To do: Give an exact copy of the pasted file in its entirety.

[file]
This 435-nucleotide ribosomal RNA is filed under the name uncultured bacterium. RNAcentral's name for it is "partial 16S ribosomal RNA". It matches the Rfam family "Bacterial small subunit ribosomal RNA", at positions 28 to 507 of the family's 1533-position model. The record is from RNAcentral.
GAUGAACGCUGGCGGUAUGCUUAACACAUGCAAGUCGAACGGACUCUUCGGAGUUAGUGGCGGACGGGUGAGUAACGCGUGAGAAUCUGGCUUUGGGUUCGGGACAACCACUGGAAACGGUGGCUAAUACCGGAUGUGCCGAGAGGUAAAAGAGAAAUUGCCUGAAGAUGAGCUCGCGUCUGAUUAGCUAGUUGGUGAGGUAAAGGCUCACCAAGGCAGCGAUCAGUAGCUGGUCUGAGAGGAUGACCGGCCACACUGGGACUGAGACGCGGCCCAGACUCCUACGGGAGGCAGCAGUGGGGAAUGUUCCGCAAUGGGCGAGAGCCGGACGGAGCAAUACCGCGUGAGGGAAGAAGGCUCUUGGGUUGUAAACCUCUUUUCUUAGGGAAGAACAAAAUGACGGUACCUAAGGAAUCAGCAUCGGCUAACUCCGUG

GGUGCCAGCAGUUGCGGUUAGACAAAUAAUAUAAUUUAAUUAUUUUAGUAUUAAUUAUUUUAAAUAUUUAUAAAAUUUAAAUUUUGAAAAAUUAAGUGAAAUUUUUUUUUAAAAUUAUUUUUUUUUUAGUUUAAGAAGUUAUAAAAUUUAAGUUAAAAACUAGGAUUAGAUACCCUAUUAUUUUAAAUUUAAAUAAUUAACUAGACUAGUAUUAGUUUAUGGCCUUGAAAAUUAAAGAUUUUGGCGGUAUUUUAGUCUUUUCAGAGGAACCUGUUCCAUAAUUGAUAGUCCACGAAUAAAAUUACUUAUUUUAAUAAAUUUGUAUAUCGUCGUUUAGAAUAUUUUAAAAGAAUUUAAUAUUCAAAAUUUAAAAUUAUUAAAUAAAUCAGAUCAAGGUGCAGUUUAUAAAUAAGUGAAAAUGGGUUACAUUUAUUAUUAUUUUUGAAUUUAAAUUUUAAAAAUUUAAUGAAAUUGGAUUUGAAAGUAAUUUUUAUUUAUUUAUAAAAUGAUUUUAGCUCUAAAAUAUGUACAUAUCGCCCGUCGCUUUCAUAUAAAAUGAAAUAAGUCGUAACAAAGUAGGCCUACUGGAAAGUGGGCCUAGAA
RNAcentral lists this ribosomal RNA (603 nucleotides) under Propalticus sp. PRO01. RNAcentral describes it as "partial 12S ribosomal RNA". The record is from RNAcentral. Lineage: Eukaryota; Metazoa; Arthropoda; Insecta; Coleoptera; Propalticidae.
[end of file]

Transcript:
This 435-nucleotide ribosomal RNA is filed under the name uncultured bacterium. RNAcentral's name for it is "partial 16S ribosomal RNA". It matches the Rfam family "Bacterial small subunit ribosomal RNA", at positions 28 to 507 of the family's 1533-position model. The record is from RNAcentral.
GAUGAACGCUGGCGGUAUGCUUAACACAUGCAAGUCGAACGGACUCUUCGGAGUUAGUGGCGGACGGGUGAGUAACGCGUGAGAAUCUGGCUUUGGGUUCGGGACAACCACUGGAAACGGUGGCUAAUACCGGAUGUGCCGAGAGGUAAAAGAGAAAUUGCCUGAAGAUGAGCUCGCGUCUGAUUAGCUAGUUGGUGAGGUAAAGGCUCACCAAGGCAGCGAUCAGUAGCUGGUCUGAGAGGAUGACCGGCCACACUGGGACUGAGACGCGGCCCAGACUCCUACGGGAGGCAGCAGUGGGGAAUGUUCCGCAAUGGGCGAGAGCCGGACGGAGCAAUACCGCGUGAGGGAAGAAGGCUCUUGGGUUGUAAACCUCUUUUCUUAGGGAAGAACAAAAUGACGGUACCUAAGGAAUCAGCAUCGGCUAACUCCGUG

GGUGCCAGCAGUUGCGGUUAGACAAAUAAUAUAAUUUAAUUAUUUUAGUAUUAAUUAUUUUAAAUAUUUAUAAAAUUUAAAUUUUGAAAAAUUAAGUGAAAUUUUUUUUUAAAAUUAUUUUUUUUUUAGUUUAAGAAGUUAUAAAAUUUAAGUUAAAAACUAGGAUUAGAUACCCUAUUAUUUUAAAUUUAAAUAAUUAACUAGACUAGUAUUAGUUUAUGGCCUUGAAAAUUAAAGAUUUUGGCGGUAUUUUAGUCUUUUCAGAGGAACCUGUUCCAUAAUUGAUAGUCCACGAAUAAAAUUACUUAUUUUAAUAAAUUUGUAUAUCGUCGUUUAGAAUAUUUUAAAAGAAUUUAAUAUUCAAAAUUUAAAAUUAUUAAAUAAAUCAGAUCAAGGUGCAGUUUAUAAAUAAGUGAAAAUGGGUUACAUUUAUUAUUAUUUUUGAAUUUAAAUUUUAAAAAUUUAAUGAAAUUGGAUUUGAAAGUAAUUUUUAUUUAUUUAUAAAAUGAUUUUAGCUCUAAAAUAUGUACAUAUCGCCCGUCGCUUUCAUAUAAAAUGAAAUAAGUCGUAACAAAGUAGGCCUACUGGAAAGUGGGCCUAGAA
RNAcentral lists this ribosomal RNA (603 nucleotides) under Propalticus sp. PRO01. RNAcentral describes it as "partial 12S ribosomal RNA". The record is from RNAcentral. Lineage: Eukaryota; Metazoa; Arthropoda; Insecta; Coleoptera; Propalticidae.